5. Propagandhi – Failed States
I listened to an original copy of Propagandhi’s debut album How To Clean Everything on vinyl the other day and it amazed me how it was so stylistically different from 2012’s Failed States. However, both albums have the uncanny ability to make one jump around and scream at the top of one’s lungs and after all isn’t that what a good hardcore album is supposed to do? And with the NHL lockout Failed States is easily the number one most important thing coming out of Canada right now.
When a band is capable of capturing my attention with an album featuring mostly a cappella style vocals and an overt use of dominant seventh chords they must be doing something right. This album was by far the most refreshing album I heard in 2012, providing a nice balance with the Hardcore, Punk, and Metal that normally dominates my headphones. Although not the best album of 2012 Please Remain Calm is by far the most unique and taps into such a plethora of different genres and subgenres that it has a little something for everyone.
With the much anticipated return of original drummer Josh Eppard and the departure of bassist Mic Todd, the progression of Coheed and Cambria was certainly in flux. However, Sanchez and company silenced all non-believers with an album that brought back the groove of prior albums with an equally as compelling new installment into the sag known as The Amory Wars. The only disappointing part about the album was that listeners have to write till February and the release of Descension to hear the finale.
So I like underdogs and when you self release an album in opposition to the wishes of your label at the end of November I consider you an underdog. Yet, Pentimento’s self titled debut is arguably the definitive “pop” punk album of the year. With drummer Mike Hansen’s catchy, yet emotionally charged lyrics on top of powerful anthemic punk rock this album is the kind of record that gets stuck in your head for months to no complaint.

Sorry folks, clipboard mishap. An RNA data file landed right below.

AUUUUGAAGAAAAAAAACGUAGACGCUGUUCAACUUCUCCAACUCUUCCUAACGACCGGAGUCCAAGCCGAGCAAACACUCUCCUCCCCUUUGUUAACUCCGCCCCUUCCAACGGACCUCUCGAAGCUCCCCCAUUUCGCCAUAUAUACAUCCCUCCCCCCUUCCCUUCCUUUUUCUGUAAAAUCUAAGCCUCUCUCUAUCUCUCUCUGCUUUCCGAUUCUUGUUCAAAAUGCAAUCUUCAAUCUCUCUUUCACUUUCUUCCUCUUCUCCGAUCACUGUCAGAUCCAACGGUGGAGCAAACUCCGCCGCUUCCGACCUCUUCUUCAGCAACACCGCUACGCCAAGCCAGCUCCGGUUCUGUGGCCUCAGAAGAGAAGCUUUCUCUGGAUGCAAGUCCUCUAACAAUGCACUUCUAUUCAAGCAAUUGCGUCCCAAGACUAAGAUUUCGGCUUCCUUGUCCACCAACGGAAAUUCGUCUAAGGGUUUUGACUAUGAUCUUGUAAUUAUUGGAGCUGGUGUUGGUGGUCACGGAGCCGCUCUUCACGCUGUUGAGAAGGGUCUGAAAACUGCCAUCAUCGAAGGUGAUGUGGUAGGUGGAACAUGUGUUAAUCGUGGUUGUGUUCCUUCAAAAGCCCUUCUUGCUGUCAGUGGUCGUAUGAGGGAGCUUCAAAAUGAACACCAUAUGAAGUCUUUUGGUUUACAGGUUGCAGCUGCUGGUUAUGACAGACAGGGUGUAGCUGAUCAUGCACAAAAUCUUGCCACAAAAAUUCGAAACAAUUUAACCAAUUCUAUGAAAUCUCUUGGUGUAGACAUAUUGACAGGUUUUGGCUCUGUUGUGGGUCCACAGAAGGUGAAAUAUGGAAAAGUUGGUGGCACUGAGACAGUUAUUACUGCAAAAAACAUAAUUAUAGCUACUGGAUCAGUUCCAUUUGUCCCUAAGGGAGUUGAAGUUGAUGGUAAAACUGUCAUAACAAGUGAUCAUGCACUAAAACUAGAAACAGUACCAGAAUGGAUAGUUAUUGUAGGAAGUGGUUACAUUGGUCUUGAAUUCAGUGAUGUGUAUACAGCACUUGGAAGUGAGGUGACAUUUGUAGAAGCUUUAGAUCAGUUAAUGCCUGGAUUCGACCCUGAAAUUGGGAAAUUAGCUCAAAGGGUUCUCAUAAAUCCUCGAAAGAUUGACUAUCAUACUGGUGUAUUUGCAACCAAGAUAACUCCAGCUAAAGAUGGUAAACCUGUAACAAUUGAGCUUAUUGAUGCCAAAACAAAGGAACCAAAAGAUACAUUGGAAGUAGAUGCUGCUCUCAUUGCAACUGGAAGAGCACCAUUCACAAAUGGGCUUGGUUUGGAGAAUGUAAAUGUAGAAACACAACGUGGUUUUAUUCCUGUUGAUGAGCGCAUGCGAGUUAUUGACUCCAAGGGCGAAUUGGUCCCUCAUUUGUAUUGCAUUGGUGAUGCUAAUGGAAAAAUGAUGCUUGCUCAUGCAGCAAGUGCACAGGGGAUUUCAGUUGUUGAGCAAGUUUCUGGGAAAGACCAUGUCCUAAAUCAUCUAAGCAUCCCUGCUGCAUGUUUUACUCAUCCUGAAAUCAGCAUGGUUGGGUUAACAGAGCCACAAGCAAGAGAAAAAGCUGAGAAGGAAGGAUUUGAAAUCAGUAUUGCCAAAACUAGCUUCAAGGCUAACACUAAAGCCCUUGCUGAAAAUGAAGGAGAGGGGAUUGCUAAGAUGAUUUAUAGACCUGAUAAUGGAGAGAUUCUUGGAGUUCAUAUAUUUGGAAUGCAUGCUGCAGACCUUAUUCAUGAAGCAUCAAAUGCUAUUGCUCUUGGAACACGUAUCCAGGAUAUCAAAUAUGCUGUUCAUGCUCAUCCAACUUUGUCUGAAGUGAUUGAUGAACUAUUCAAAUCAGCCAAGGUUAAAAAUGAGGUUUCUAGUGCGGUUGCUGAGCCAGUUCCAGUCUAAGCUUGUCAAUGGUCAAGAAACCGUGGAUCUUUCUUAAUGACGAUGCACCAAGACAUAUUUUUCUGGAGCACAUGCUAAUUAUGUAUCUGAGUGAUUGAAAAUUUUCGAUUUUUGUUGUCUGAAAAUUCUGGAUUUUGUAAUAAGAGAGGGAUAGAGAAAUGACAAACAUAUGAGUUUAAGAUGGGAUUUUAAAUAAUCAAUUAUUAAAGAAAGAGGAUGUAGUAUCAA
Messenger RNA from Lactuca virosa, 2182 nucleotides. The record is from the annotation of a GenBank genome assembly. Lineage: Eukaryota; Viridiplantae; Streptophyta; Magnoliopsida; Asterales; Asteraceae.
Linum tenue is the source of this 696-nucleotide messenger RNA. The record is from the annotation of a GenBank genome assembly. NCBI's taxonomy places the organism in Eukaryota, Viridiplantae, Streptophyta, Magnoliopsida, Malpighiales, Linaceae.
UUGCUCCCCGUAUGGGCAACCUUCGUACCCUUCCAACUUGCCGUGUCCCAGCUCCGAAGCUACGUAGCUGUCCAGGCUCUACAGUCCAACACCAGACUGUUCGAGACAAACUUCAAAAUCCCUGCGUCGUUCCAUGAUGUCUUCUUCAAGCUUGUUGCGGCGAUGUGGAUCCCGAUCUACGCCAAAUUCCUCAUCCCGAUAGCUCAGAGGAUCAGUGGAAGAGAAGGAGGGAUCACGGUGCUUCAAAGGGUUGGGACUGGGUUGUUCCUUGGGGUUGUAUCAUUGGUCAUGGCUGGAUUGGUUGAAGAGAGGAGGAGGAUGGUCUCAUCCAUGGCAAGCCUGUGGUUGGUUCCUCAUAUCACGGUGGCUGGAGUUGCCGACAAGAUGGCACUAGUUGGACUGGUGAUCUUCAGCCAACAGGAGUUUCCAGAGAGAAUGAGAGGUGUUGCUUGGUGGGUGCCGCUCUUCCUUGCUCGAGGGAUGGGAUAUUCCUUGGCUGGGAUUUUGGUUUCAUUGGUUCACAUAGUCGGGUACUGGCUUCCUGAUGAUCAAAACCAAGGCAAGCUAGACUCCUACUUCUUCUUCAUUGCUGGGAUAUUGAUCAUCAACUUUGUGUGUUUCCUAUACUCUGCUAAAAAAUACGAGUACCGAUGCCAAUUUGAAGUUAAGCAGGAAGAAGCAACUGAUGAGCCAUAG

Theoretically it’s hard for a band that’s been around for 14 years to continue acting as a game-changer in a scene that’s arguably become staler than month old bread. Yet in 2012 we saw veterans Every Time I Die do just that. Ex Lives was the perfect amalgam of the chaos that defined early Every Time I Die (Last Night in Town, Hot Damn!) and the dirty southern riffage that categorized albums such as 2007’s The Big Dirty. With the added spark plug of drummer Ryan “Legs” Leger Ex Lives was easily the most urgent and timeless album of the year.
Best Live Show – Every Time I Die/The Chariot/Title Fight/Kills and Thrills
This one is a no brainer for me. When Every Time I Die returns to their hometown of Buffalo they always bring their A-game and this show was no different. Playing a glorious twenty song set with incredible support from three other great bands this was a show for the ages. Words cannot do it justice.
Biggest Disappointment – Lamb of God – Resolution
Lamb of God’s Ashes of the Wake and Sacrament are two of my favorite metal albums of all time and so I was moderately excited for their latest effort Resolution. However, the album lacked the originality and sharp lyrical output singer Randy Blythe is known for. The single “Ghost Walking” was the only song to make a worthwhile impression on me. Hopefully Blythe’s time in a Czech prison can provide some fresh inspiration for their next album.
Biggest Surprise – Title Fight – Floral Green
Although I’m going to take a lot of flak for it I have to admit that I don’t like Title Fight’s debut album Shed. I found a lot of it sloppy and contrived. However they’ve pulled a complete 180 with Floral Green which shows a lot of maturation and altogether better songwriting, finding the perfect balance between modern day fast paced punk and throwback 90s post-hardcore. Thanks to this album I am now a fan.
Most Anticipated – Streetlight Manifesto – The Hands that Thieve
Like approximately half of America I was left disappointed on Election Day, not because I wanted Mitt Romney to win, but because November 6th was supposed to be the release day of Streetlight Manifesto’s latest venture The Hands that Thieve. However, in true Streetlight fashion singer and songwriter Tomas Kalnoky delayed the album, solidifying his place as the biggest perfectionist in music. Regardless of this, their rabid fanbase (including myself) is now even more eager to get their hands on new material from a band whose knack for fusing ska, folk, and punk is undeniable.